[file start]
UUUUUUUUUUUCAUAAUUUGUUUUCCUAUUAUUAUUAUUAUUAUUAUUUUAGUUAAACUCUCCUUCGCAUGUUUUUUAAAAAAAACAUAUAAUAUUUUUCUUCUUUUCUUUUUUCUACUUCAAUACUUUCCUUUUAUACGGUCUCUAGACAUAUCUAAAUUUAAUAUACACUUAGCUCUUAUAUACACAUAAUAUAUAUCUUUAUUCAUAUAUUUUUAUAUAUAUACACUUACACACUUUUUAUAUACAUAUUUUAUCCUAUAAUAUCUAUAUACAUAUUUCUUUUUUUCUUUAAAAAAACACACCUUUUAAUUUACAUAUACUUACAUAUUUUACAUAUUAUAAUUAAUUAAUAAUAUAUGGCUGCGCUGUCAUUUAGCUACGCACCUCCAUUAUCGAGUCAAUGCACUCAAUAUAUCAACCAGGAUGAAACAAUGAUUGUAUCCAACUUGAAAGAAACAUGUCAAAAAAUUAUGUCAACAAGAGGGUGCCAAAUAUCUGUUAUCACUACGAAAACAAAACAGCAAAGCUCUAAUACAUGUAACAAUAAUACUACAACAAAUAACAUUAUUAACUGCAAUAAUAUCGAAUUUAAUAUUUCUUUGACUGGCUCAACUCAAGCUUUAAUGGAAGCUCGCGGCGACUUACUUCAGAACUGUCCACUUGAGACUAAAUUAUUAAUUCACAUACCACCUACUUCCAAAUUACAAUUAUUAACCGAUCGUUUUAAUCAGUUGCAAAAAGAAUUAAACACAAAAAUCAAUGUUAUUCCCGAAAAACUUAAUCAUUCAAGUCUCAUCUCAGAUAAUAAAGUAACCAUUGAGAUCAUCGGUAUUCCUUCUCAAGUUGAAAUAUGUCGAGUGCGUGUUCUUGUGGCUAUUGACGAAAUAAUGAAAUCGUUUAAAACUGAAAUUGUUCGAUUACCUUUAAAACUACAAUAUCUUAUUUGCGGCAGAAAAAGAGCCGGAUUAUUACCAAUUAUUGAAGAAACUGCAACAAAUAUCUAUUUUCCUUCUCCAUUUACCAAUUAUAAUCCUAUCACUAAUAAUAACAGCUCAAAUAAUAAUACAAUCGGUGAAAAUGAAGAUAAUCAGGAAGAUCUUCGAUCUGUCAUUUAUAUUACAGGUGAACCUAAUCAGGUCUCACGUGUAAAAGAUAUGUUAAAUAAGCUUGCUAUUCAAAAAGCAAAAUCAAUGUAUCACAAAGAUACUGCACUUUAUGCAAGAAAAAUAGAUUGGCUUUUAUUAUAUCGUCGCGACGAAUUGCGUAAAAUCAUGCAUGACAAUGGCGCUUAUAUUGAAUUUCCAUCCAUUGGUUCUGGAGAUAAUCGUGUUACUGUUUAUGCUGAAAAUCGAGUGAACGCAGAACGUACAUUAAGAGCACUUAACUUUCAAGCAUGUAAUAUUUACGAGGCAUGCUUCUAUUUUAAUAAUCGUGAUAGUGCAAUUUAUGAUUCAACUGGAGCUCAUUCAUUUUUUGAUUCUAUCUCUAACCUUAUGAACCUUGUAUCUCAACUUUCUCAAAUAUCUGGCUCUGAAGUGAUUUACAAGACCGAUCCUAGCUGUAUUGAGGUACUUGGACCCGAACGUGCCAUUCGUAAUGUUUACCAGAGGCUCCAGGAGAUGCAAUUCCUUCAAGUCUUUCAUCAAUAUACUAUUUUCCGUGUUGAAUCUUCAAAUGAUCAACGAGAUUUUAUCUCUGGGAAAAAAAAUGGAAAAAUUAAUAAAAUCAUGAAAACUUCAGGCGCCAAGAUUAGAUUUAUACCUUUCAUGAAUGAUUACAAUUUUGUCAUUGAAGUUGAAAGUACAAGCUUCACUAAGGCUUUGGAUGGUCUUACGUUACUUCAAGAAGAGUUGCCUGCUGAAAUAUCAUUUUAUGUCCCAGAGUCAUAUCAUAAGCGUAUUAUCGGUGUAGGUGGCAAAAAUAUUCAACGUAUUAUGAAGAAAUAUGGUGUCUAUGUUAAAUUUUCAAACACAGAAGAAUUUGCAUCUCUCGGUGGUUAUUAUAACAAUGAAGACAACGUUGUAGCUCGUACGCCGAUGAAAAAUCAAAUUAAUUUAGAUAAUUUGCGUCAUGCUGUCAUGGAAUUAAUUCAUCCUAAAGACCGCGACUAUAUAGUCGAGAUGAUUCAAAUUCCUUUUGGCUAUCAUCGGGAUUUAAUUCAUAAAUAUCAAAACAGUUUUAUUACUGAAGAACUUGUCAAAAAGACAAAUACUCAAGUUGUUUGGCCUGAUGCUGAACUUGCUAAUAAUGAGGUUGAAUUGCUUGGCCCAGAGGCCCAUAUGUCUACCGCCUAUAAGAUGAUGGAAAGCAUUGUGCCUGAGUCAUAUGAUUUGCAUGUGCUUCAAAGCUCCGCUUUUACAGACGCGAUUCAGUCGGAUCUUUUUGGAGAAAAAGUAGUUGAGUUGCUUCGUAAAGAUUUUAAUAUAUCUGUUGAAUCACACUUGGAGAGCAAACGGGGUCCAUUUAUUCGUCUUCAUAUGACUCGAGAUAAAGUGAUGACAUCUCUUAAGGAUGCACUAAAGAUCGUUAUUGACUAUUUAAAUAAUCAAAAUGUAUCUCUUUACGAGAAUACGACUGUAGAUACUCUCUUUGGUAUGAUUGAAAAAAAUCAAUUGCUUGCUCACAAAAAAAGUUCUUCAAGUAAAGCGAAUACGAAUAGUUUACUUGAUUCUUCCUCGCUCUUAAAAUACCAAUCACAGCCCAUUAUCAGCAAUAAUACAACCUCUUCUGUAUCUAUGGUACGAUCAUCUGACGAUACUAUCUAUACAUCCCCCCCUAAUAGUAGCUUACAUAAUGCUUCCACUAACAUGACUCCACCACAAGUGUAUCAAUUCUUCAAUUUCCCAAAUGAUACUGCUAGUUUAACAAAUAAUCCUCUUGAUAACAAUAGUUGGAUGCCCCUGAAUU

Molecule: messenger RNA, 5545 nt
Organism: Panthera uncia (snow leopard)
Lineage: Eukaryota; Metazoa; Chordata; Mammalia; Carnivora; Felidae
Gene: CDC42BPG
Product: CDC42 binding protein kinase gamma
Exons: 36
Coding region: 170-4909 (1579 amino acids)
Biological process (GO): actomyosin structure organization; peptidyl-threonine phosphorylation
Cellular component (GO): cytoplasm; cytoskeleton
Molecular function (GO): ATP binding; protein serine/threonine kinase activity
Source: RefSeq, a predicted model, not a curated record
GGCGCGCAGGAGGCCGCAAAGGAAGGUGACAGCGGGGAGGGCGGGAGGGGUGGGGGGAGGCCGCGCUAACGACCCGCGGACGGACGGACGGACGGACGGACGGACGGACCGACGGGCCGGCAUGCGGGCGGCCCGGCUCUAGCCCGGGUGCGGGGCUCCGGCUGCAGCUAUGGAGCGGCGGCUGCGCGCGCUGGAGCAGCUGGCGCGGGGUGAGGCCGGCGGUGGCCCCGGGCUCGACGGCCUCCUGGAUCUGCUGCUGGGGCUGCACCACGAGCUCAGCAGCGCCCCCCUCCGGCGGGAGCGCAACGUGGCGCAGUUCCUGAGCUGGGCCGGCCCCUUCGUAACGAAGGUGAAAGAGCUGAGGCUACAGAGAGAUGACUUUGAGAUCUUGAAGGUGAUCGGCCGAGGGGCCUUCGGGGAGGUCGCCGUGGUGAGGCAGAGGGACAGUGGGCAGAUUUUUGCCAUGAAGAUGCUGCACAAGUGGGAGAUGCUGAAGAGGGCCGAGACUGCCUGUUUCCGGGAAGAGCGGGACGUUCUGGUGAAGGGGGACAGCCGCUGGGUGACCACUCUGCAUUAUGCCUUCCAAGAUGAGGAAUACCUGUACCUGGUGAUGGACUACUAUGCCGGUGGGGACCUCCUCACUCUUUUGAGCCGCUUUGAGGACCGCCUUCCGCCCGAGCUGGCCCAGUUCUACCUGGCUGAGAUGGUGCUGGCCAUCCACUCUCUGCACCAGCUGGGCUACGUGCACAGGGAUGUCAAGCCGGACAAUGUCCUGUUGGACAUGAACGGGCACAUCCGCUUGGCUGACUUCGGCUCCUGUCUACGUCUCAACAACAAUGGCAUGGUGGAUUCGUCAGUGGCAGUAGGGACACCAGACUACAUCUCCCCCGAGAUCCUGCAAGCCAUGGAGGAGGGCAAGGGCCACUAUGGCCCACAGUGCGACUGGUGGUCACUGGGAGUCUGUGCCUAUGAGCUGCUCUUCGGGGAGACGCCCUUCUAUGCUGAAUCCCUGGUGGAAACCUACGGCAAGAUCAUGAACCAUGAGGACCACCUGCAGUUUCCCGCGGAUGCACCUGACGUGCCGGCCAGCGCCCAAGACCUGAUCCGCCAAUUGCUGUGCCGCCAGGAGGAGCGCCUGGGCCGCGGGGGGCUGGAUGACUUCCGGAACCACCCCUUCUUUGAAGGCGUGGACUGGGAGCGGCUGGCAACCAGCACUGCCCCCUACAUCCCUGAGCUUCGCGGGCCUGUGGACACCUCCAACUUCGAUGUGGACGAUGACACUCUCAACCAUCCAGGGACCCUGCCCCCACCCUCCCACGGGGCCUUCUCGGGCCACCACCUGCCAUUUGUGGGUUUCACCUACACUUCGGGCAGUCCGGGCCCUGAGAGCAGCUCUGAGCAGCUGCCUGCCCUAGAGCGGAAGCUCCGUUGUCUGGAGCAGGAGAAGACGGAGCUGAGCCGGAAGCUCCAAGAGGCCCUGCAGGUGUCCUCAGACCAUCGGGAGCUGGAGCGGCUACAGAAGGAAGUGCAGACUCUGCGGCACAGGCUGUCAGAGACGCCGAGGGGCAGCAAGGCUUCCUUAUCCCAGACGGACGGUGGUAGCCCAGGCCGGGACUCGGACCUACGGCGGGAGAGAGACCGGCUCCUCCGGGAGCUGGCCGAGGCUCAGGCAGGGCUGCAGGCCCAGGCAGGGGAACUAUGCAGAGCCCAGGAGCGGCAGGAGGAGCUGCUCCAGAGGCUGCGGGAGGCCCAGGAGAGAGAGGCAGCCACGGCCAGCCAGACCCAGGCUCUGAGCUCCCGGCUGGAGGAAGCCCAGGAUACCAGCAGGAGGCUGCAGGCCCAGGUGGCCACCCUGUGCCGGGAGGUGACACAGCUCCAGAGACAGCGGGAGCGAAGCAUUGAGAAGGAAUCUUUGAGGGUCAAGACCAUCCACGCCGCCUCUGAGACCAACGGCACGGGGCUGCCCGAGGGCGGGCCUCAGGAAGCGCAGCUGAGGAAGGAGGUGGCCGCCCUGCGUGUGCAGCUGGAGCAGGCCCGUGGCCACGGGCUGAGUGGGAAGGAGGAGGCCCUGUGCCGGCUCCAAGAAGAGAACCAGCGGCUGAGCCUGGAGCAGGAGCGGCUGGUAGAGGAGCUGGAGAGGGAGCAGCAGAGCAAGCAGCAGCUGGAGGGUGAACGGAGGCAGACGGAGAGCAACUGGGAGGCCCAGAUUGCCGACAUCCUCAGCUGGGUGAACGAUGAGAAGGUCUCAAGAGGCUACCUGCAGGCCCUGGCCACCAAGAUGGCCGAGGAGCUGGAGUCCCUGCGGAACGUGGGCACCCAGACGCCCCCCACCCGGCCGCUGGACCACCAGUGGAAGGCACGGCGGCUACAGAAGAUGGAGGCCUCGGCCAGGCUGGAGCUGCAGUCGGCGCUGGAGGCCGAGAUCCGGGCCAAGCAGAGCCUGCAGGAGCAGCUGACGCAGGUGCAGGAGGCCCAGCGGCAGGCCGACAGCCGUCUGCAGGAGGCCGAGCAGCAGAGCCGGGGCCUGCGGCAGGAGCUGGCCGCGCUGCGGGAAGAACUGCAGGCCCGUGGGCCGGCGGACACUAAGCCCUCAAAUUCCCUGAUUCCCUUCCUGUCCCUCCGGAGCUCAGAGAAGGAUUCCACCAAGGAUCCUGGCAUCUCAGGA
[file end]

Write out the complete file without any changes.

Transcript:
UUUUUUUUUUUCAUAAUUUGUUUUCCUAUUAUUAUUAUUAUUAUUAUUUUAGUUAAACUCUCCUUCGCAUGUUUUUUAAAAAAAACAUAUAAUAUUUUUCUUCUUUUCUUUUUUCUACUUCAAUACUUUCCUUUUAUACGGUCUCUAGACAUAUCUAAAUUUAAUAUACACUUAGCUCUUAUAUACACAUAAUAUAUAUCUUUAUUCAUAUAUUUUUAUAUAUAUACACUUACACACUUUUUAUAUACAUAUUUUAUCCUAUAAUAUCUAUAUACAUAUUUCUUUUUUUCUUUAAAAAAACACACCUUUUAAUUUACAUAUACUUACAUAUUUUACAUAUUAUAAUUAAUUAAUAAUAUAUGGCUGCGCUGUCAUUUAGCUACGCACCUCCAUUAUCGAGUCAAUGCACUCAAUAUAUCAACCAGGAUGAAACAAUGAUUGUAUCCAACUUGAAAGAAACAUGUCAAAAAAUUAUGUCAACAAGAGGGUGCCAAAUAUCUGUUAUCACUACGAAAACAAAACAGCAAAGCUCUAAUACAUGUAACAAUAAUACUACAACAAAUAACAUUAUUAACUGCAAUAAUAUCGAAUUUAAUAUUUCUUUGACUGGCUCAACUCAAGCUUUAAUGGAAGCUCGCGGCGACUUACUUCAGAACUGUCCACUUGAGACUAAAUUAUUAAUUCACAUACCACCUACUUCCAAAUUACAAUUAUUAACCGAUCGUUUUAAUCAGUUGCAAAAAGAAUUAAACACAAAAAUCAAUGUUAUUCCCGAAAAACUUAAUCAUUCAAGUCUCAUCUCAGAUAAUAAAGUAACCAUUGAGAUCAUCGGUAUUCCUUCUCAAGUUGAAAUAUGUCGAGUGCGUGUUCUUGUGGCUAUUGACGAAAUAAUGAAAUCGUUUAAAACUGAAAUUGUUCGAUUACCUUUAAAACUACAAUAUCUUAUUUGCGGCAGAAAAAGAGCCGGAUUAUUACCAAUUAUUGAAGAAACUGCAACAAAUAUCUAUUUUCCUUCUCCAUUUACCAAUUAUAAUCCUAUCACUAAUAAUAACAGCUCAAAUAAUAAUACAAUCGGUGAAAAUGAAGAUAAUCAGGAAGAUCUUCGAUCUGUCAUUUAUAUUACAGGUGAACCUAAUCAGGUCUCACGUGUAAAAGAUAUGUUAAAUAAGCUUGCUAUUCAAAAAGCAAAAUCAAUGUAUCACAAAGAUACUGCACUUUAUGCAAGAAAAAUAGAUUGGCUUUUAUUAUAUCGUCGCGACGAAUUGCGUAAAAUCAUGCAUGACAAUGGCGCUUAUAUUGAAUUUCCAUCCAUUGGUUCUGGAGAUAAUCGUGUUACUGUUUAUGCUGAAAAUCGAGUGAACGCAGAACGUACAUUAAGAGCACUUAACUUUCAAGCAUGUAAUAUUUACGAGGCAUGCUUCUAUUUUAAUAAUCGUGAUAGUGCAAUUUAUGAUUCAACUGGAGCUCAUUCAUUUUUUGAUUCUAUCUCUAACCUUAUGAACCUUGUAUCUCAACUUUCUCAAAUAUCUGGCUCUGAAGUGAUUUACAAGACCGAUCCUAGCUGUAUUGAGGUACUUGGACCCGAACGUGCCAUUCGUAAUGUUUACCAGAGGCUCCAGGAGAUGCAAUUCCUUCAAGUCUUUCAUCAAUAUACUAUUUUCCGUGUUGAAUCUUCAAAUGAUCAACGAGAUUUUAUCUCUGGGAAAAAAAAUGGAAAAAUUAAUAAAAUCAUGAAAACUUCAGGCGCCAAGAUUAGAUUUAUACCUUUCAUGAAUGAUUACAAUUUUGUCAUUGAAGUUGAAAGUACAAGCUUCACUAAGGCUUUGGAUGGUCUUACGUUACUUCAAGAAGAGUUGCCUGCUGAAAUAUCAUUUUAUGUCCCAGAGUCAUAUCAUAAGCGUAUUAUCGGUGUAGGUGGCAAAAAUAUUCAACGUAUUAUGAAGAAAUAUGGUGUCUAUGUUAAAUUUUCAAACACAGAAGAAUUUGCAUCUCUCGGUGGUUAUUAUAACAAUGAAGACAACGUUGUAGCUCGUACGCCGAUGAAAAAUCAAAUUAAUUUAGAUAAUUUGCGUCAUGCUGUCAUGGAAUUAAUUCAUCCUAAAGACCGCGACUAUAUAGUCGAGAUGAUUCAAAUUCCUUUUGGCUAUCAUCGGGAUUUAAUUCAUAAAUAUCAAAACAGUUUUAUUACUGAAGAACUUGUCAAAAAGACAAAUACUCAAGUUGUUUGGCCUGAUGCUGAACUUGCUAAUAAUGAGGUUGAAUUGCUUGGCCCAGAGGCCCAUAUGUCUACCGCCUAUAAGAUGAUGGAAAGCAUUGUGCCUGAGUCAUAUGAUUUGCAUGUGCUUCAAAGCUCCGCUUUUACAGACGCGAUUCAGUCGGAUCUUUUUGGAGAAAAAGUAGUUGAGUUGCUUCGUAAAGAUUUUAAUAUAUCUGUUGAAUCACACUUGGAGAGCAAACGGGGUCCAUUUAUUCGUCUUCAUAUGACUCGAGAUAAAGUGAUGACAUCUCUUAAGGAUGCACUAAAGAUCGUUAUUGACUAUUUAAAUAAUCAAAAUGUAUCUCUUUACGAGAAUACGACUGUAGAUACUCUCUUUGGUAUGAUUGAAAAAAAUCAAUUGCUUGCUCACAAAAAAAGUUCUUCAAGUAAAGCGAAUACGAAUAGUUUACUUGAUUCUUCCUCGCUCUUAAAAUACCAAUCACAGCCCAUUAUCAGCAAUAAUACAACCUCUUCUGUAUCUAUGGUACGAUCAUCUGACGAUACUAUCUAUACAUCCCCCCCUAAUAGUAGCUUACAUAAUGCUUCCACUAACAUGACUCCACCACAAGUGUAUCAAUUCUUCAAUUUCCCAAAUGAUACUGCUAGUUUAACAAAUAAUCCUCUUGAUAACAAUAGUUGGAUGCCCCUGAAUU

Molecule: messenger RNA, 5545 nt
Organism: Panthera uncia (snow leopard)
Lineage: Eukaryota; Metazoa; Chordata; Mammalia; Carnivora; Felidae
Gene: CDC42BPG
Product: CDC42 binding protein kinase gamma
Exons: 36
Coding region: 170-4909 (1579 amino acids)
Biological process (GO): actomyosin structure organization; peptidyl-threonine phosphorylation
Cellular component (GO): cytoplasm; cytoskeleton
Molecular function (GO): ATP binding; protein serine/threonine kinase activity
Source: RefSeq, a predicted model, not a curated record
GGCGCGCAGGAGGCCGCAAAGGAAGGUGACAGCGGGGAGGGCGGGAGGGGUGGGGGGAGGCCGCGCUAACGACCCGCGGACGGACGGACGGACGGACGGACGGACGGACCGACGGGCCGGCAUGCGGGCGGCCCGGCUCUAGCCCGGGUGCGGGGCUCCGGCUGCAGCUAUGGAGCGGCGGCUGCGCGCGCUGGAGCAGCUGGCGCGGGGUGAGGCCGGCGGUGGCCCCGGGCUCGACGGCCUCCUGGAUCUGCUGCUGGGGCUGCACCACGAGCUCAGCAGCGCCCCCCUCCGGCGGGAGCGCAACGUGGCGCAGUUCCUGAGCUGGGCCGGCCCCUUCGUAACGAAGGUGAAAGAGCUGAGGCUACAGAGAGAUGACUUUGAGAUCUUGAAGGUGAUCGGCCGAGGGGCCUUCGGGGAGGUCGCCGUGGUGAGGCAGAGGGACAGUGGGCAGAUUUUUGCCAUGAAGAUGCUGCACAAGUGGGAGAUGCUGAAGAGGGCCGAGACUGCCUGUUUCCGGGAAGAGCGGGACGUUCUGGUGAAGGGGGACAGCCGCUGGGUGACCACUCUGCAUUAUGCCUUCCAAGAUGAGGAAUACCUGUACCUGGUGAUGGACUACUAUGCCGGUGGGGACCUCCUCACUCUUUUGAGCCGCUUUGAGGACCGCCUUCCGCCCGAGCUGGCCCAGUUCUACCUGGCUGAGAUGGUGCUGGCCAUCCACUCUCUGCACCAGCUGGGCUACGUGCACAGGGAUGUCAAGCCGGACAAUGUCCUGUUGGACAUGAACGGGCACAUCCGCUUGGCUGACUUCGGCUCCUGUCUACGUCUCAACAACAAUGGCAUGGUGGAUUCGUCAGUGGCAGUAGGGACACCAGACUACAUCUCCCCCGAGAUCCUGCAAGCCAUGGAGGAGGGCAAGGGCCACUAUGGCCCACAGUGCGACUGGUGGUCACUGGGAGUCUGUGCCUAUGAGCUGCUCUUCGGGGAGACGCCCUUCUAUGCUGAAUCCCUGGUGGAAACCUACGGCAAGAUCAUGAACCAUGAGGACCACCUGCAGUUUCCCGCGGAUGCACCUGACGUGCCGGCCAGCGCCCAAGACCUGAUCCGCCAAUUGCUGUGCCGCCAGGAGGAGCGCCUGGGCCGCGGGGGGCUGGAUGACUUCCGGAACCACCCCUUCUUUGAAGGCGUGGACUGGGAGCGGCUGGCAACCAGCACUGCCCCCUACAUCCCUGAGCUUCGCGGGCCUGUGGACACCUCCAACUUCGAUGUGGACGAUGACACUCUCAACCAUCCAGGGACCCUGCCCCCACCCUCCCACGGGGCCUUCUCGGGCCACCACCUGCCAUUUGUGGGUUUCACCUACACUUCGGGCAGUCCGGGCCCUGAGAGCAGCUCUGAGCAGCUGCCUGCCCUAGAGCGGAAGCUCCGUUGUCUGGAGCAGGAGAAGACGGAGCUGAGCCGGAAGCUCCAAGAGGCCCUGCAGGUGUCCUCAGACCAUCGGGAGCUGGAGCGGCUACAGAAGGAAGUGCAGACUCUGCGGCACAGGCUGUCAGAGACGCCGAGGGGCAGCAAGGCUUCCUUAUCCCAGACGGACGGUGGUAGCCCAGGCCGGGACUCGGACCUACGGCGGGAGAGAGACCGGCUCCUCCGGGAGCUGGCCGAGGCUCAGGCAGGGCUGCAGGCCCAGGCAGGGGAACUAUGCAGAGCCCAGGAGCGGCAGGAGGAGCUGCUCCAGAGGCUGCGGGAGGCCCAGGAGAGAGAGGCAGCCACGGCCAGCCAGACCCAGGCUCUGAGCUCCCGGCUGGAGGAAGCCCAGGAUACCAGCAGGAGGCUGCAGGCCCAGGUGGCCACCCUGUGCCGGGAGGUGACACAGCUCCAGAGACAGCGGGAGCGAAGCAUUGAGAAGGAAUCUUUGAGGGUCAAGACCAUCCACGCCGCCUCUGAGACCAACGGCACGGGGCUGCCCGAGGGCGGGCCUCAGGAAGCGCAGCUGAGGAAGGAGGUGGCCGCCCUGCGUGUGCAGCUGGAGCAGGCCCGUGGCCACGGGCUGAGUGGGAAGGAGGAGGCCCUGUGCCGGCUCCAAGAAGAGAACCAGCGGCUGAGCCUGGAGCAGGAGCGGCUGGUAGAGGAGCUGGAGAGGGAGCAGCAGAGCAAGCAGCAGCUGGAGGGUGAACGGAGGCAGACGGAGAGCAACUGGGAGGCCCAGAUUGCCGACAUCCUCAGCUGGGUGAACGAUGAGAAGGUCUCAAGAGGCUACCUGCAGGCCCUGGCCACCAAGAUGGCCGAGGAGCUGGAGUCCCUGCGGAACGUGGGCACCCAGACGCCCCCCACCCGGCCGCUGGACCACCAGUGGAAGGCACGGCGGCUACAGAAGAUGGAGGCCUCGGCCAGGCUGGAGCUGCAGUCGGCGCUGGAGGCCGAGAUCCGGGCCAAGCAGAGCCUGCAGGAGCAGCUGACGCAGGUGCAGGAGGCCCAGCGGCAGGCCGACAGCCGUCUGCAGGAGGCCGAGCAGCAGAGCCGGGGCCUGCGGCAGGAGCUGGCCGCGCUGCGGGAAGAACUGCAGGCCCGUGGGCCGGCGGACACUAAGCCCUCAAAUUCCCUGAUUCCCUUCCUGUCCCUCCGGAGCUCAGAGAAGGAUUCCACCAAGGAUCCUGGCAUCUCAGGA